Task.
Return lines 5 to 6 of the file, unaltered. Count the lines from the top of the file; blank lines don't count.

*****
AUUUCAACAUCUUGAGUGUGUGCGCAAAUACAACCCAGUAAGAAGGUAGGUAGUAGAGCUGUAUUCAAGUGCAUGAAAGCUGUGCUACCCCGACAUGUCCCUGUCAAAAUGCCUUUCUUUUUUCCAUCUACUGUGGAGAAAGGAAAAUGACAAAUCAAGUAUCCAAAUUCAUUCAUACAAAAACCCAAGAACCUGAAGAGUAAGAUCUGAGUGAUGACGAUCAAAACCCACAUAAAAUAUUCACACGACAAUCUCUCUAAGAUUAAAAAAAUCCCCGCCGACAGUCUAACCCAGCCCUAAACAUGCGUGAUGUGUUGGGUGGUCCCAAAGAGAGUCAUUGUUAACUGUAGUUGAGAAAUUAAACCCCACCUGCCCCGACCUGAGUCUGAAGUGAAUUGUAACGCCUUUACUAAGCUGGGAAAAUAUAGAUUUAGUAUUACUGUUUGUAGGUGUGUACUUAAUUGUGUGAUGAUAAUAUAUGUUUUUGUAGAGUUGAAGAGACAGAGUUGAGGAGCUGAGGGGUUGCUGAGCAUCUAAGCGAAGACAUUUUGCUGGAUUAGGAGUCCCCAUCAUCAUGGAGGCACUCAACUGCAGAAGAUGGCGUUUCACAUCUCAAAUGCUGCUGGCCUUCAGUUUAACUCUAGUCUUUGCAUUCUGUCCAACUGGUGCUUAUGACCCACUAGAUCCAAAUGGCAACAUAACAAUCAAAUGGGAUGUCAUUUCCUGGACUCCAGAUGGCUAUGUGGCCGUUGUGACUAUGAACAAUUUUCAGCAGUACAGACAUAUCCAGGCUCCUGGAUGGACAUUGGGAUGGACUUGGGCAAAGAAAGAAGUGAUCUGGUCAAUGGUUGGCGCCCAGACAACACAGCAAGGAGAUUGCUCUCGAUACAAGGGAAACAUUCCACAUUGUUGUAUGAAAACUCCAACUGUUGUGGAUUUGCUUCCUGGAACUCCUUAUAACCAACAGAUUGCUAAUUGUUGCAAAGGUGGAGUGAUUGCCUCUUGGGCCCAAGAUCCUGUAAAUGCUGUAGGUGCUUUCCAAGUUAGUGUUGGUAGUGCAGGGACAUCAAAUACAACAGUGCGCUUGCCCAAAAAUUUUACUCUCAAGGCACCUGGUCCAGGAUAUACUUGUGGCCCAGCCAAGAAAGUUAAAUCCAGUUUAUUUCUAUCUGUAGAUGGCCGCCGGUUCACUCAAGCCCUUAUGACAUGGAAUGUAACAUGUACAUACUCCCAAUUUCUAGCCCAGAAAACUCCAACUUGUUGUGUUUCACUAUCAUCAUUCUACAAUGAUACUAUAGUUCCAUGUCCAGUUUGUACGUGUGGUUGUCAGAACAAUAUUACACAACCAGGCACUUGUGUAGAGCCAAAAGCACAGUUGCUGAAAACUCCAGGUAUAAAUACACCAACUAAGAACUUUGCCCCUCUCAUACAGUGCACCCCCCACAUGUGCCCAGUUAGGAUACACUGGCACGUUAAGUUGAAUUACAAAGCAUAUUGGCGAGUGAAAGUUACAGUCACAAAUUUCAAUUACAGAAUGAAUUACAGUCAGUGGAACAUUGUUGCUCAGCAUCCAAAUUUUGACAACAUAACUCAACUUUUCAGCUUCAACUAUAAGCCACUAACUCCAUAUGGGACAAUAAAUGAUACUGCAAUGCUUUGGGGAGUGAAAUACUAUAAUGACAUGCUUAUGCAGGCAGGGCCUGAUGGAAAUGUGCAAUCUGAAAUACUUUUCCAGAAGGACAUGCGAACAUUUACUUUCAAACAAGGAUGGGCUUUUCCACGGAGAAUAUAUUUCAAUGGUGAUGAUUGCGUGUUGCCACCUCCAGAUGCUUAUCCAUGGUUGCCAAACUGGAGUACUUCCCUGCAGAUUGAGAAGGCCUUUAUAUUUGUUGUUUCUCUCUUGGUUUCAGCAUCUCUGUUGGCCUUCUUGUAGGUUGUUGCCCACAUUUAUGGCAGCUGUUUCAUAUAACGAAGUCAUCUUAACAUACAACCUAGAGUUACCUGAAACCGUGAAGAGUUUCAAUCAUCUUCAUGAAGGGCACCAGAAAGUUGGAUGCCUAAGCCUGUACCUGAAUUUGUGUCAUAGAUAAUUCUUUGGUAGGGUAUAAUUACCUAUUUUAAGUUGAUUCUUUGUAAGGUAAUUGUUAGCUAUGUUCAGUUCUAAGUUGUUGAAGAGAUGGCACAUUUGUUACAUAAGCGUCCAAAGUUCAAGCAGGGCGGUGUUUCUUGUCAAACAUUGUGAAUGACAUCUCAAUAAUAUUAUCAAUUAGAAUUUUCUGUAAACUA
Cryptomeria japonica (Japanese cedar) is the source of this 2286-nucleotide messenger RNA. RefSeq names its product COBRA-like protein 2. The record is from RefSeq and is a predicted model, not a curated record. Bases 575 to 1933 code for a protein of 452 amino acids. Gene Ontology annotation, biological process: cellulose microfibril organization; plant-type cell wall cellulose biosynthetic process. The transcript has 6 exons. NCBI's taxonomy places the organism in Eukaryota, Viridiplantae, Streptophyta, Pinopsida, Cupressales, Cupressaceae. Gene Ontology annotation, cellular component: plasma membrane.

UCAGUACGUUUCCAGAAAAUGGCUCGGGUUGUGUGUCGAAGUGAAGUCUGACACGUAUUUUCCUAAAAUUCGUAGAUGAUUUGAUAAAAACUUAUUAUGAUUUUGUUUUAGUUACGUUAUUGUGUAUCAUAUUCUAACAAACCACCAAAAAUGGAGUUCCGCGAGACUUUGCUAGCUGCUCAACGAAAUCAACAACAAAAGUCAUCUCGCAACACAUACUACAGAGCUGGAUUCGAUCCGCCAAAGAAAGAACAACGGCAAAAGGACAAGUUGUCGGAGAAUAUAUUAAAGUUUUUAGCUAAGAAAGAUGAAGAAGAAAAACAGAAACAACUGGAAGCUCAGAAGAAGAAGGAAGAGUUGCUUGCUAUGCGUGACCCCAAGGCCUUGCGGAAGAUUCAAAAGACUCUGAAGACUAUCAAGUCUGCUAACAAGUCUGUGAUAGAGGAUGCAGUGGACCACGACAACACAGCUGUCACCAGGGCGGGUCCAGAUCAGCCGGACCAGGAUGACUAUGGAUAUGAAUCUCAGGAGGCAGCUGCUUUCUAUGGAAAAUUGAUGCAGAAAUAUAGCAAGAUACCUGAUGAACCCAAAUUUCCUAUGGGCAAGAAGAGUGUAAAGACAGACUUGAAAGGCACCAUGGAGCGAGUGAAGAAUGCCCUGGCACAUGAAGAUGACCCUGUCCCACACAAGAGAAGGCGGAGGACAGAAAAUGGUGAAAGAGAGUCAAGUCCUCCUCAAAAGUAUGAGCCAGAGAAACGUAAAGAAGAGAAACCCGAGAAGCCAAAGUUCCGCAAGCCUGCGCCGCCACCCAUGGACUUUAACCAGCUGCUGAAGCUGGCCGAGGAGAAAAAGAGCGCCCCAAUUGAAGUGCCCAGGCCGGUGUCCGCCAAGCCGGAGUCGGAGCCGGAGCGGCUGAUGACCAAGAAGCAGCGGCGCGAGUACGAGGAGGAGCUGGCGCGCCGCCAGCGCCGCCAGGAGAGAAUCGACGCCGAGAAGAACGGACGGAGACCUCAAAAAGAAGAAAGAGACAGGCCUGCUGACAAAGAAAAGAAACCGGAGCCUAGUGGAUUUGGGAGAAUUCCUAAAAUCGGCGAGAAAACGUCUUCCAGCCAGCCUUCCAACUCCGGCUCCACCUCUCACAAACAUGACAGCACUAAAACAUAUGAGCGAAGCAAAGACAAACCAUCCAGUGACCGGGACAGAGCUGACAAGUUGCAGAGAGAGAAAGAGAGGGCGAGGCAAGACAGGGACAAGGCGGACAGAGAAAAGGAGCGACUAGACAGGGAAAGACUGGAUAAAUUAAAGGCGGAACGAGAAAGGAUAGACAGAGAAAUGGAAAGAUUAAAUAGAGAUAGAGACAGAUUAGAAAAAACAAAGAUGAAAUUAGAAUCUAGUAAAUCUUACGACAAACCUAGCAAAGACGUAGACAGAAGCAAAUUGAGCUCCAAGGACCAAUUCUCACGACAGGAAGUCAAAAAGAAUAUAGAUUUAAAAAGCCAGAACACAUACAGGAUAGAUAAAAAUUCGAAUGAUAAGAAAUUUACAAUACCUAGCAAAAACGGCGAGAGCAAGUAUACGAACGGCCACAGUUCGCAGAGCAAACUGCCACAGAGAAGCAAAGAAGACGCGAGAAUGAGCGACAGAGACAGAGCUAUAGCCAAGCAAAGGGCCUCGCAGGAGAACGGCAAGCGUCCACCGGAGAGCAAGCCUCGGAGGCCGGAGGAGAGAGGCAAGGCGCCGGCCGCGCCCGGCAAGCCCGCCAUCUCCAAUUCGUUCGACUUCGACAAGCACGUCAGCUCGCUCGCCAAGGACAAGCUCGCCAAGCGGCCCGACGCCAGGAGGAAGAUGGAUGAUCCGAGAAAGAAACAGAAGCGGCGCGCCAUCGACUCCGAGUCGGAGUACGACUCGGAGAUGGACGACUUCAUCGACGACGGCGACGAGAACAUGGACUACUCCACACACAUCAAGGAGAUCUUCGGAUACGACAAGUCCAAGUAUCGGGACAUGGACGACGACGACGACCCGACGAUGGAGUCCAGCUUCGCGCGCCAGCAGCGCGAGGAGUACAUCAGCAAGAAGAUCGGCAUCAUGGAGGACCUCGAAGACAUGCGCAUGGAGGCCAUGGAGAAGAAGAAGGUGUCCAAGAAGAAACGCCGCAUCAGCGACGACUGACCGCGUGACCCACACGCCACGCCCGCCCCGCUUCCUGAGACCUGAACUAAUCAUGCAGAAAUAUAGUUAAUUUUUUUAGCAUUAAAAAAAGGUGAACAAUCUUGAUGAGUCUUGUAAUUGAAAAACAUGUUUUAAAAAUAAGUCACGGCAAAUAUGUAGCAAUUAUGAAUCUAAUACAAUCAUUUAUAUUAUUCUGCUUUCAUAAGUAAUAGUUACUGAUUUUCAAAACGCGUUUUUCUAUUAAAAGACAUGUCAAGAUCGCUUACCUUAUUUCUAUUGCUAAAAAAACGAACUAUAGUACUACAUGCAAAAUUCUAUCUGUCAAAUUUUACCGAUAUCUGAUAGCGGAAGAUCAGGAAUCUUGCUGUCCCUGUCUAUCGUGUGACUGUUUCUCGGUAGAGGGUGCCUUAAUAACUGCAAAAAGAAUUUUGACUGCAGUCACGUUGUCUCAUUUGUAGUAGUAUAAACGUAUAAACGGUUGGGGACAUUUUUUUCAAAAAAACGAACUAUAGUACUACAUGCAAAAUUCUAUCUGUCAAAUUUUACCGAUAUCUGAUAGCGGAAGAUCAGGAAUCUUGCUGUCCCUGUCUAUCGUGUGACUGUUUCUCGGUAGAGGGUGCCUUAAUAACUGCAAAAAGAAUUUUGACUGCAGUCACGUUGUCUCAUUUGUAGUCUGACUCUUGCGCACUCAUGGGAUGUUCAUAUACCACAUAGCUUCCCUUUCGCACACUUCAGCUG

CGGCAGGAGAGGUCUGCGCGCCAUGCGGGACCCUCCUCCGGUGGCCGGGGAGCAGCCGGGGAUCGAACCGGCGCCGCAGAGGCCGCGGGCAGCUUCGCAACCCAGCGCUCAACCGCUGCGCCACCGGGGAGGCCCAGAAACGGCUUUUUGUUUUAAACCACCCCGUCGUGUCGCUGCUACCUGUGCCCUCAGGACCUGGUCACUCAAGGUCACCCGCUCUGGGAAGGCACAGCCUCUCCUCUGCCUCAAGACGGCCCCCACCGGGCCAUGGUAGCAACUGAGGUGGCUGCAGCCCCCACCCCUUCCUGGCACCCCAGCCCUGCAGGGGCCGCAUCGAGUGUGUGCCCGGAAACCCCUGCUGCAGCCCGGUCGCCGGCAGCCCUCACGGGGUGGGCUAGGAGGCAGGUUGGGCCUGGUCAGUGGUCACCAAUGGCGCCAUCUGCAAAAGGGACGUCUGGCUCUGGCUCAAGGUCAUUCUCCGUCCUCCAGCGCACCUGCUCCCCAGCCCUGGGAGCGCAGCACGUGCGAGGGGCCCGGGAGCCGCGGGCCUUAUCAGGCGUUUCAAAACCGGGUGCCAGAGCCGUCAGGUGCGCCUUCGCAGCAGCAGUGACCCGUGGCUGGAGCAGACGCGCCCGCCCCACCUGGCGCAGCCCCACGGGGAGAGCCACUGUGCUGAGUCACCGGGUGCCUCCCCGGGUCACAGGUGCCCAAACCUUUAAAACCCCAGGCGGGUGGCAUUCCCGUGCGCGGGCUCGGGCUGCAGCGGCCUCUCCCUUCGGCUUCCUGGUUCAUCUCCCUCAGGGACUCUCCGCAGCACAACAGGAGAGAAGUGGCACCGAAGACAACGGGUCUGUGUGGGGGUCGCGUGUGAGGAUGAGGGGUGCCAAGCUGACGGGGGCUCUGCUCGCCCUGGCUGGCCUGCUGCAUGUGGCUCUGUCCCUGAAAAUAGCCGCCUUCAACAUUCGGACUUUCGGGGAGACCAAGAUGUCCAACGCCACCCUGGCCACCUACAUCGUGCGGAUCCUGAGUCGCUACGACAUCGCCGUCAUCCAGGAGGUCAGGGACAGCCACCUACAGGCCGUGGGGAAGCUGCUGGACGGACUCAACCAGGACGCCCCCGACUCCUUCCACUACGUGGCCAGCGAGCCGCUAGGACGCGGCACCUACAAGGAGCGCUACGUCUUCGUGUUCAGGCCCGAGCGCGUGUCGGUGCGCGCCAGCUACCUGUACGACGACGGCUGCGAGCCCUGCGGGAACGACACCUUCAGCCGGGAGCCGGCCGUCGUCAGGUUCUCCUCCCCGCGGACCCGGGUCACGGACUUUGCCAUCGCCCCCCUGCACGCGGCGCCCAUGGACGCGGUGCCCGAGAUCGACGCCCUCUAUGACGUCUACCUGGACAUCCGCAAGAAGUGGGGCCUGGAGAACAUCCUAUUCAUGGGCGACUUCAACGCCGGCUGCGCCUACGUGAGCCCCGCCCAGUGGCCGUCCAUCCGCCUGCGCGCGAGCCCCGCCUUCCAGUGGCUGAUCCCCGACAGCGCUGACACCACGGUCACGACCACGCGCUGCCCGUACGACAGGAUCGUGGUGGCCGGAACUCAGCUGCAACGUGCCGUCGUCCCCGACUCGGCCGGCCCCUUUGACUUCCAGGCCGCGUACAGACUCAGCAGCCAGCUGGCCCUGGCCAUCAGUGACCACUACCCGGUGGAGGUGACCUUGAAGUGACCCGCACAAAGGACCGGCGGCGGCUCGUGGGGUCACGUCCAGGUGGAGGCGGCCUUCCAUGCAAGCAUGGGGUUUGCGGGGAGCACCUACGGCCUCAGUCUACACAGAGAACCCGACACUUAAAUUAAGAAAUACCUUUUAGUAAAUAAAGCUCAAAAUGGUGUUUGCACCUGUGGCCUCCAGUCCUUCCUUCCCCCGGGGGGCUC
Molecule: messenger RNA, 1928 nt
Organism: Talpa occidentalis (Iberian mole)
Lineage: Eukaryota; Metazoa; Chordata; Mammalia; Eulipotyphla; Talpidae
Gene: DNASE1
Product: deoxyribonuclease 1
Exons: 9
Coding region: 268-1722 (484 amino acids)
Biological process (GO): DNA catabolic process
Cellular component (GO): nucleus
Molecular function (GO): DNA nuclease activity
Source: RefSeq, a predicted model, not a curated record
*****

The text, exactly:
Molecule: messenger RNA, 1928 nt
Organism: Talpa occidentalis (Iberian mole)